* Corresponding author: jason.street@msstate.edu

INTRODUCTION

Branches are essential for tree growth so that leaves can propagate on a tree for photosynthesis. Knots found in lumber are the remnants of those branches. These knots can appear as encased knots or intergrown knots. An encased knot can form when a tree grows around a dead branch, and these type of knots are usually surrounded by a dark ring with a decaying center. Encased knots are also referred to as “loose” knots because the bark inhibits the knot from tightly binding to its surrounding wood. Encased knots are those whose rings of annual growth are not intergrown with those of the surrounding wood. An intergrown knot typically refers to the base of a living branch on a tree. Intergrown knots are usually surrounded by a halo of circular growth rings. These intergrown knots are also referred to as “tight” knots because these knots are securely bound to the wood surrounding them. Encased and intergrown knots can further be divided into sound and unsound knots. Unsound knots tend to have decay, while sound knots are solid across the face and show no symptoms of decay. Examples of these classifications can be seen in Table 2,

In general, the branch tissue of softwoods is characterized as material that has a higher density than the stem wood, small or incomplete annual rings, a high proportion of compression wood, an increased microfibril angle, increased lignin content, and a decreased fiber length (Shigo 1985). Knots have been widely considered as defects in regard to wood quality, which can adversely affect the strength properties (USDA 1999). Guindos and Polocoser (2015) investigated the influence of the slope of the grain on the strength-reducing effect of face knots. They claimed that the modulus of rupture (MOR) of beams containing knots could be reduced by up to 50%. In addition, knots were shown to significantly affect the modulus of elasticity (MOE) (Hossein et al. 2011). Dávalos-Sotelo and Ordóñez Candelaria (2011) stated that knots negatively affected the bending strength of pine wood and their presence significantly decreased the value of the wood.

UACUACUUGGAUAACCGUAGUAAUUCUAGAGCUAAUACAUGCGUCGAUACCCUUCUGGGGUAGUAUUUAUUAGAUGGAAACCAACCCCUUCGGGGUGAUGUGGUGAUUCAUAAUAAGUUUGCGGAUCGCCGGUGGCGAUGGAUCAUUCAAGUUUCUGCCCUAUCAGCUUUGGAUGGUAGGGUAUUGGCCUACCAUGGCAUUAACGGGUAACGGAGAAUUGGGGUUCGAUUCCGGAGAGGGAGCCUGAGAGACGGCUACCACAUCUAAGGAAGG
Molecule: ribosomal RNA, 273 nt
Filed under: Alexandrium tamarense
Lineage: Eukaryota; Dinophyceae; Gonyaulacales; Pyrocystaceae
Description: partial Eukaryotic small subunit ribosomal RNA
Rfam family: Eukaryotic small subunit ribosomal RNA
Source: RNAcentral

Douglas fir shear blocks have been previously tested to determine their shear strength (Gupta et al. 2004). Specimens tested included those with knots parallel and perpendicular to the shear plane, as well as those with no knots. The results showed that there was no significant difference in the mean shear strength of clear and knotted specimens, regardless of their orientation. Baño et al. (2013) used the finite element analysis method to investigate the effect that knots have on the bending strength of beams using the knot condition, size, and position as variables. Their research considered knot sizes with diameters of 10 mm, 20 mm, 30 mm, 40 mm, and 50 mm. It was discovered that the bending strength of the beams decreased as the knot size increased, and this bending strength decrease was enhanced when the distance from the neutral axis was increased. A theoretical model (Ping 2000) revealed that knots negatively affected the stiffness (MOE) of pine lumber. To date, the influence of knot angles and the influence of sound and unsound knots on the shear strength of southern yellow pine have not been widely researched.